Pisse on God's Table, which so oft had born
The hallow'd Elements his death present:
Nor he that fould it with his Excrement,
Then turn'd the Cloth unto that act of shame,
Which without trembling Christians should not name.
Nor John of Leyden, who the pillag'd Quires
Employ'd in Munster for his own attires;
His pranks by Hazlerig exceeded be,
A wretch more wicked and as mad as he,
Who once in triumph led his Sumpter Moil
Proudly bedecked with the Altar's spoil.
Nor at Bizantium's sack how Mahomet
In St. Sophia's Church his Horses set.
Nor how Belshazzar at his drunken Feasts
Carows'd in holy Vessels to his Guests:
Nor he that did the Books and Anthems tear,
Which in the daily Stations used were.
These were poor Essayes of imperfect Crimes,
Fit for beginners in unlearned times,
Siz'd onely for that dull Meridian
Which knew no Jesuit nor Puritan,
(Before whose fatal Birth were no such things
As Doctrines to Depose and Murther Kings.)
But since Your prudent care Enacted well,
That there should be no King in Israel,
England must write such Annals of Your Reign
Which all Records of elder mischiefs stain.
Churches unbuilt by order, others burn'd;
Whilst Pauls and Lincoln are to Stables turn'd;
And at God's Table you might Horses see
By (those more Beasts) their Riders manger'd be.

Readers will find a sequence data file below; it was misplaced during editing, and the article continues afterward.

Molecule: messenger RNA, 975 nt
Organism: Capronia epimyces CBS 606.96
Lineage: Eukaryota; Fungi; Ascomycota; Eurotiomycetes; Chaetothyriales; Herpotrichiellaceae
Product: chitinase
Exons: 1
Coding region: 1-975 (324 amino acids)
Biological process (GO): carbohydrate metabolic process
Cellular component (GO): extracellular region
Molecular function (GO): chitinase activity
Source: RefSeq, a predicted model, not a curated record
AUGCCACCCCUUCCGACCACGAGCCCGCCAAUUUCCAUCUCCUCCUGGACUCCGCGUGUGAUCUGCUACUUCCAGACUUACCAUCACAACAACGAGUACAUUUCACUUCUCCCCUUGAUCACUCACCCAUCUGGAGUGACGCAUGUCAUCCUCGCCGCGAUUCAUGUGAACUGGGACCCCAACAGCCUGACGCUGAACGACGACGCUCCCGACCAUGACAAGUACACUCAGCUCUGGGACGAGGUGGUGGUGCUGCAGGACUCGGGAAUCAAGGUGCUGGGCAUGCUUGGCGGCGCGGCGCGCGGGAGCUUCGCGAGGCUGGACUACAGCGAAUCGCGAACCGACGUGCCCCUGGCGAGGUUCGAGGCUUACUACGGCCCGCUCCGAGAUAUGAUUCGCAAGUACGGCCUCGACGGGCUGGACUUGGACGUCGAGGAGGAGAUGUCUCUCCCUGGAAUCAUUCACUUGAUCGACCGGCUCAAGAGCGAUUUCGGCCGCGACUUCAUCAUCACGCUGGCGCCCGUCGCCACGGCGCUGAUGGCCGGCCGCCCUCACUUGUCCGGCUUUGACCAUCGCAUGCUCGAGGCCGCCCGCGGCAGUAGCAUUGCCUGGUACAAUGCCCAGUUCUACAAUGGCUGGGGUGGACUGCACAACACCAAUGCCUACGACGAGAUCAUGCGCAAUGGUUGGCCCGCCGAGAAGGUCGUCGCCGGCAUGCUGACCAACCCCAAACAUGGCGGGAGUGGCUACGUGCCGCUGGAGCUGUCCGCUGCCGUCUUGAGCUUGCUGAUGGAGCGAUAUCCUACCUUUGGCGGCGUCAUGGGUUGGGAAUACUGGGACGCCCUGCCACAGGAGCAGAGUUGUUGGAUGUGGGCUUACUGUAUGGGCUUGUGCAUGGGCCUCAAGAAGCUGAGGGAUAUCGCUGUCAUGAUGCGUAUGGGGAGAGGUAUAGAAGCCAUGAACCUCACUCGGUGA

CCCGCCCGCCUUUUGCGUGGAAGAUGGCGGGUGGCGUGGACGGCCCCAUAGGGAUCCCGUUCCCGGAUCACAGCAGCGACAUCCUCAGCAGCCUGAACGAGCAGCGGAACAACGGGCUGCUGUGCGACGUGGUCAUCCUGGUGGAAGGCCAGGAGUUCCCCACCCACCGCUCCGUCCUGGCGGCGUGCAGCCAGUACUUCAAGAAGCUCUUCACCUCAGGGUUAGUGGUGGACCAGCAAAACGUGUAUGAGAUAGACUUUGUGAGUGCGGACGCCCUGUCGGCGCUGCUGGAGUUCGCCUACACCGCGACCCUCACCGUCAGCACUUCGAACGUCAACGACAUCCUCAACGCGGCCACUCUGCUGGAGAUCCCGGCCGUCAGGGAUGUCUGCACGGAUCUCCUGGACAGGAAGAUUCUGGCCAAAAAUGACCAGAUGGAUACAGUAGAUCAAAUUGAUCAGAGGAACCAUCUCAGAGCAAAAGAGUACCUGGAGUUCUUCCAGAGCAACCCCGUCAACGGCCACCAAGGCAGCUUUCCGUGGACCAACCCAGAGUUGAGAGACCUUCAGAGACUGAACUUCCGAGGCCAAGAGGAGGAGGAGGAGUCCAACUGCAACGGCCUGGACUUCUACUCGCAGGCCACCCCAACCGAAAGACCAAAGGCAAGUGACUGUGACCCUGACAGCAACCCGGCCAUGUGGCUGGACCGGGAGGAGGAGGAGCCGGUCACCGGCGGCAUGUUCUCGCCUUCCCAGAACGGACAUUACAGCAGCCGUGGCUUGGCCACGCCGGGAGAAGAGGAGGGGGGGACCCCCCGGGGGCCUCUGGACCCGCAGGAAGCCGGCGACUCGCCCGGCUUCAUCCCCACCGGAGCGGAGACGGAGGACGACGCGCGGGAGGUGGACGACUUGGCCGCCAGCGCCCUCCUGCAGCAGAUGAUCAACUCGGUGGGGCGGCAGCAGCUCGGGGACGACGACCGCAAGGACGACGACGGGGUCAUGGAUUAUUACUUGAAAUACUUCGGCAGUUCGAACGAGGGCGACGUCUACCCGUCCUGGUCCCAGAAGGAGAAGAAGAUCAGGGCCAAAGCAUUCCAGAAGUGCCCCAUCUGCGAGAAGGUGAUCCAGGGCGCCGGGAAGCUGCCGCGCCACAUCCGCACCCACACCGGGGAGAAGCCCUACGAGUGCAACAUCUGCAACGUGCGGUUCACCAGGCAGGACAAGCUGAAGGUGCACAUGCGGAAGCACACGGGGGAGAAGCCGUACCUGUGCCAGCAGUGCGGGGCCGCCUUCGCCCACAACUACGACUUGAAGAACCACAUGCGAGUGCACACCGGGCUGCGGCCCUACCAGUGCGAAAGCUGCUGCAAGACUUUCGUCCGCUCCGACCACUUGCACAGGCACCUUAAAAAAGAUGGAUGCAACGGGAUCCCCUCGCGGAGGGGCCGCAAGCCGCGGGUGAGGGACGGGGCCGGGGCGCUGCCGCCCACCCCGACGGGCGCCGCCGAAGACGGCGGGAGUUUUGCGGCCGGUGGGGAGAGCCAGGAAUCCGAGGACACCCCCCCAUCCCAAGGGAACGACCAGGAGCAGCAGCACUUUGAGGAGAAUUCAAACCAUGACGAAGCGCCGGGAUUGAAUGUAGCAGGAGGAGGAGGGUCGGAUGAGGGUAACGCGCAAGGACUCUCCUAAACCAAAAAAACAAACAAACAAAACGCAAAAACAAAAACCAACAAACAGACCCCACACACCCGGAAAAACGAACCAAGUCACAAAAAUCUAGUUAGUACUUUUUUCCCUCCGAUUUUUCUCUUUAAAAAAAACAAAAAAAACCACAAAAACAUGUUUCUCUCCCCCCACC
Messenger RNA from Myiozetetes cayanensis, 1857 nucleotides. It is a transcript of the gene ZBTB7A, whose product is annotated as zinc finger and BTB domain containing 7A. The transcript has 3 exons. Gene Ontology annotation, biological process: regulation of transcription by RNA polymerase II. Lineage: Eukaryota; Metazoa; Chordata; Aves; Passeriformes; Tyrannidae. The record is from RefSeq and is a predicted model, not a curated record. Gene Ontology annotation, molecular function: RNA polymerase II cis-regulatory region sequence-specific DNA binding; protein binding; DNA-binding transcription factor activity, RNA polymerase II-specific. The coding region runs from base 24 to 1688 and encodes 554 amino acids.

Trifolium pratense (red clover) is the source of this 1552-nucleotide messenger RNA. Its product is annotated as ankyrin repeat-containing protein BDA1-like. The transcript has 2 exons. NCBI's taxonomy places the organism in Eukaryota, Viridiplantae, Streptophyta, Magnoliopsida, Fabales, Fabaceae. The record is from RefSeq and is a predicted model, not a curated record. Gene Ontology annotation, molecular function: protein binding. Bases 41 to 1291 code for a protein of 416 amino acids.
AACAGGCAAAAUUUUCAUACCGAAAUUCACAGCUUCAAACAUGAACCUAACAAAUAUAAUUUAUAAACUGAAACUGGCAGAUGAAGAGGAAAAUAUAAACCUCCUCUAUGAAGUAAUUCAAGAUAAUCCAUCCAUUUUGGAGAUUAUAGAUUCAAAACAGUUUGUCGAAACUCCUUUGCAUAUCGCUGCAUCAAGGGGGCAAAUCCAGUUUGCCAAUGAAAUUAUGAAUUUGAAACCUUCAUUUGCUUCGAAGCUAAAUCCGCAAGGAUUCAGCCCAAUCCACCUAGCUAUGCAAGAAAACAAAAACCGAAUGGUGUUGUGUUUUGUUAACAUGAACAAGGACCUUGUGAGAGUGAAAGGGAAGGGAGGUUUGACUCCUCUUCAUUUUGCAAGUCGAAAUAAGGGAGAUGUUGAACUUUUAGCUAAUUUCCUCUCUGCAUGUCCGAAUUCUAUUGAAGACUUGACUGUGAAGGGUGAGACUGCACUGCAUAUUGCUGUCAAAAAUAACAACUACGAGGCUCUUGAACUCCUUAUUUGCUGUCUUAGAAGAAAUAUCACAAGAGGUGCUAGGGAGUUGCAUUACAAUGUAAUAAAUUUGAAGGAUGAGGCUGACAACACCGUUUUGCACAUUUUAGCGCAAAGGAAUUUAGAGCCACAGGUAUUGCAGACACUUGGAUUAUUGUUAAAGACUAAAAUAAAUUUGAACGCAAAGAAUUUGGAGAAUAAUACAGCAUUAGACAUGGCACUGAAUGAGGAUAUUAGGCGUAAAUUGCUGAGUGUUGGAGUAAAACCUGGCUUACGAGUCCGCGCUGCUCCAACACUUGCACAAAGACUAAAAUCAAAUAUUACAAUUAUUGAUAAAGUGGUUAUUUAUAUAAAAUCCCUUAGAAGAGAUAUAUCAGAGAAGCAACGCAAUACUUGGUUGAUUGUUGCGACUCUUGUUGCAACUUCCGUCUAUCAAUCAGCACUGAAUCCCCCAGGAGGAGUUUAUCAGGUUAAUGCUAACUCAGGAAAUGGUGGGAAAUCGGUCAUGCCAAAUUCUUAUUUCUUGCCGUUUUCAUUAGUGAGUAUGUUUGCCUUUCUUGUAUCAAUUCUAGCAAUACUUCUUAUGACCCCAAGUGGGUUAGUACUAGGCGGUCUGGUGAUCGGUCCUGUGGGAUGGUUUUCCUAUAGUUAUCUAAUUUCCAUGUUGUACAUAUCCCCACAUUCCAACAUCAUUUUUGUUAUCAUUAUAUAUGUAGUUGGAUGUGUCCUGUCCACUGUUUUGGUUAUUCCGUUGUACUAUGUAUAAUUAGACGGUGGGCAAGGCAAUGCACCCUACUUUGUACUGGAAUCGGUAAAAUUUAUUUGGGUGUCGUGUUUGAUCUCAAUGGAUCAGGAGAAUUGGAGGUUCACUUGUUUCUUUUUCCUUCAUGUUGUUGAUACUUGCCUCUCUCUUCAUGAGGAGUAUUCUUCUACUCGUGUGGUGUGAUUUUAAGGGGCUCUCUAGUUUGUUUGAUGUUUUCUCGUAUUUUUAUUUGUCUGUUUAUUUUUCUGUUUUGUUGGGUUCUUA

Some Kitchins and some Slaughter-houses made,
Communion-boards and Cloths for Dressers laid:
Some turn'd to loathsome Gaols, so by you brought
Unto the Curse of Baal's House, a Draught.
The Common-Prayers with the Bibles torn,
The Coaps in Antick Moorish-Dances worn,
And sometimes for the wearers greater mock,
The Surplice is converted to a Frock.
Some bringing Dogs the Sacrament revile,
Some with Copronimus the Font defile.
O God! canst Thou these prophanations like?
If not, why is thy Thunder slow to strike
The cursed Authors? who dare think that Thou
Dost, when not punish them, their acts allow.
All which outragious Crimes, though your pretence
Would fasten on the Soldiers insolence,
We must believe that what by them was done
Came licens'd forth by your probation.
For, as your selves with Athaliah's Brood
In strong contention for precedence stood,
You robb'd Two Royall Chapels of their Plate,
Which Kings and Queens to God did dedicate;
Then by a Vote more sordid than the Stealth,
Melt down and Coin it for the Common-wealth;
That is, give't up to the devouring jaws